This Charming Man

6.29.2008

By Shana Naomi Krochmal

A dude in a band who dares to dream a little bigger than sold-out tours gets compared, on a good day, to a hip-hop impresario such as Jay-Z. Wentz would rather take his cues from the queer king of mass-marketed pop culture: Andy Warhol.

'Warhol impacted you in the '80s whether you wanted or not,' he says, but after seeing Piero Manzoni's Merda d'artista (literally, cans allegedly filled with 'artist's shit') as a kid, he followed the theme to Warhol. Tributes to his hero fittingly run the gamut, from T-shirts -- one has Warhol's name across the chest of a baseball-style jersey; another is a set of cartoon monster portraits with 'Warholier than thou' as tagline -- to a new bar with an underground space modeled after Warhol's less glamorous hangout, Max's Kansas City.

Wentz says he most admires how Warhol gave shallow, timeless quotes without ever really answering whatever question he'd been asked. His favorite: 'Being famous isn't all that important. If I weren't famous, I wouldn't have been shot for being Andy Warhol.'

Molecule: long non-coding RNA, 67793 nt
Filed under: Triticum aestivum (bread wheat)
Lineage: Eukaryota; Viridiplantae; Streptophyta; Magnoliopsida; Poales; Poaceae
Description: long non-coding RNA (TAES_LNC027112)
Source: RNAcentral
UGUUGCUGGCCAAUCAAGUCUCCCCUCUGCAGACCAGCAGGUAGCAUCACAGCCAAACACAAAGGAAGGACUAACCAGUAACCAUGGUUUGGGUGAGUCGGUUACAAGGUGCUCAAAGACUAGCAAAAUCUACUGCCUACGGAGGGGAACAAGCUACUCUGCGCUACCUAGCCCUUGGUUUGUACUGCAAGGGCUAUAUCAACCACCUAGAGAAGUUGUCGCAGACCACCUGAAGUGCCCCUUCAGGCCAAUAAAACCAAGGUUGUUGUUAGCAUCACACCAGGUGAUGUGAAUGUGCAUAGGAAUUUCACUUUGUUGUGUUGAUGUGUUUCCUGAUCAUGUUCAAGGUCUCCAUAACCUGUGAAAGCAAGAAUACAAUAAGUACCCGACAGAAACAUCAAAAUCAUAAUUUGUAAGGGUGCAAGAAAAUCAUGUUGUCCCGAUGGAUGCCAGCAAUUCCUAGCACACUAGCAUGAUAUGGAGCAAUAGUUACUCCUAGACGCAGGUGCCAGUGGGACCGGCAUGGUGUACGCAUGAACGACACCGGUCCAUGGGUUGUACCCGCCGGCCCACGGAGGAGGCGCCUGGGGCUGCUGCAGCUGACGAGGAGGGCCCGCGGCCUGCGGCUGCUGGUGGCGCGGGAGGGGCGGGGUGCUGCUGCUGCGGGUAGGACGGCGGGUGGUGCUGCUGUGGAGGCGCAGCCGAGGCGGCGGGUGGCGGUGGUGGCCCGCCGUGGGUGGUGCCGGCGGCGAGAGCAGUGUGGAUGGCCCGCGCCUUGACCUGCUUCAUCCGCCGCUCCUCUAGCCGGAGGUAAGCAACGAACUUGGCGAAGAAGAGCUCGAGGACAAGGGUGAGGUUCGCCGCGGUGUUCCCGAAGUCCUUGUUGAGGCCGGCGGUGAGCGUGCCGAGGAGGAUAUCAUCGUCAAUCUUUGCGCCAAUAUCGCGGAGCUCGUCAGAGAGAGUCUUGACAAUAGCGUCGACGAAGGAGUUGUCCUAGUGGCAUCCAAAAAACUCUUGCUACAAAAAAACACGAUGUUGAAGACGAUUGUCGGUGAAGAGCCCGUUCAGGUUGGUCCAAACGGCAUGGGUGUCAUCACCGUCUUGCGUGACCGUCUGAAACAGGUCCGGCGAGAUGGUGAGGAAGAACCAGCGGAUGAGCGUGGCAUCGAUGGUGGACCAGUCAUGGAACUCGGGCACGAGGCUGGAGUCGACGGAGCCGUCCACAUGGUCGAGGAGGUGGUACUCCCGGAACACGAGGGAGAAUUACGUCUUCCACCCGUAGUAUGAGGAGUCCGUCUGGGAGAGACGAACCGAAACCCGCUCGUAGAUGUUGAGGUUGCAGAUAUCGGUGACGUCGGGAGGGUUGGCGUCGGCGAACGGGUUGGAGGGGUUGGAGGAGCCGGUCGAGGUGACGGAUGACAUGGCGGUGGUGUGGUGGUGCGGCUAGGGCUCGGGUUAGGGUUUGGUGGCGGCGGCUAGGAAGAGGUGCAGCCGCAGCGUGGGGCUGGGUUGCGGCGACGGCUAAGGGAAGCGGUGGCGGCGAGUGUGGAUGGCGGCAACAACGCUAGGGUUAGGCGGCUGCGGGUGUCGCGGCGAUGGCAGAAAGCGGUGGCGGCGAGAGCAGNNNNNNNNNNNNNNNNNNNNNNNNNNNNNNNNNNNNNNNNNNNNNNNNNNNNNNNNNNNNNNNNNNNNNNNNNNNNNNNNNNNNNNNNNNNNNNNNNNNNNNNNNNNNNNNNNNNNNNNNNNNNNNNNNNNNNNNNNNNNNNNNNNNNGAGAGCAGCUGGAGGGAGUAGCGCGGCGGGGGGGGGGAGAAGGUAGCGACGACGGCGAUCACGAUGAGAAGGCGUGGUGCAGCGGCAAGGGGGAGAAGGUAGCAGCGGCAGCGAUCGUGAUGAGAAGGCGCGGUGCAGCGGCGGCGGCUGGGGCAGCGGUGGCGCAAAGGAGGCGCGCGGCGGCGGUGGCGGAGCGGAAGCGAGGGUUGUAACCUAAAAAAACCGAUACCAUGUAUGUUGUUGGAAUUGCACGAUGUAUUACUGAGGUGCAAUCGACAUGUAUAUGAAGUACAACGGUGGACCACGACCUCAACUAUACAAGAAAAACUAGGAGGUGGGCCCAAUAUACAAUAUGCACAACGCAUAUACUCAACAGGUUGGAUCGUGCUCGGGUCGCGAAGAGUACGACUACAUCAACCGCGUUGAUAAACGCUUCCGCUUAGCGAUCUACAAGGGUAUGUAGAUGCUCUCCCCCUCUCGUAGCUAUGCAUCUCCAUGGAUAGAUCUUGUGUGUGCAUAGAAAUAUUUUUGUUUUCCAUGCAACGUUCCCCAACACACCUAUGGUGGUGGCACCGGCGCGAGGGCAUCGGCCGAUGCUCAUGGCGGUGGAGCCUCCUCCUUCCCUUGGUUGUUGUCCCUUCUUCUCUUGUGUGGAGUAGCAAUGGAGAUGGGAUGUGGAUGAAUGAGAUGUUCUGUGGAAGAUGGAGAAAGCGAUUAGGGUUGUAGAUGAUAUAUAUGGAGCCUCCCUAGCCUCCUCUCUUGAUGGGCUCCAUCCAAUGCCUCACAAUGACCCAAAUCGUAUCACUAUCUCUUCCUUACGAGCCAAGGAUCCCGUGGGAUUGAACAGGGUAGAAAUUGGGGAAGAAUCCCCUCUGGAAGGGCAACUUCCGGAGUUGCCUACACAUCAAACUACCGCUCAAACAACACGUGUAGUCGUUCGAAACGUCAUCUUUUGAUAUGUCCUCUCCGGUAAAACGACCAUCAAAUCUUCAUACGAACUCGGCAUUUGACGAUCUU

'It's the most contradictory statement on the planet: that Andy Warhol didn't want to be famous,' he says, laughing. Wentz definitely wants to be famous -- he often declares, not jokingly, that Fall Out Boy will one day be the biggest band on the planet -- but he'd rather get there with a gang of collaborators. In one video posted online, he and Gym Class Heroes' Travis McCoy holed up in Wentz's Los Angeles home, churning out paintings as McCoy joked he's playing Warhol to Wentz's Basquiat. ' 'Cause I'm black,' McCoy deadpanned.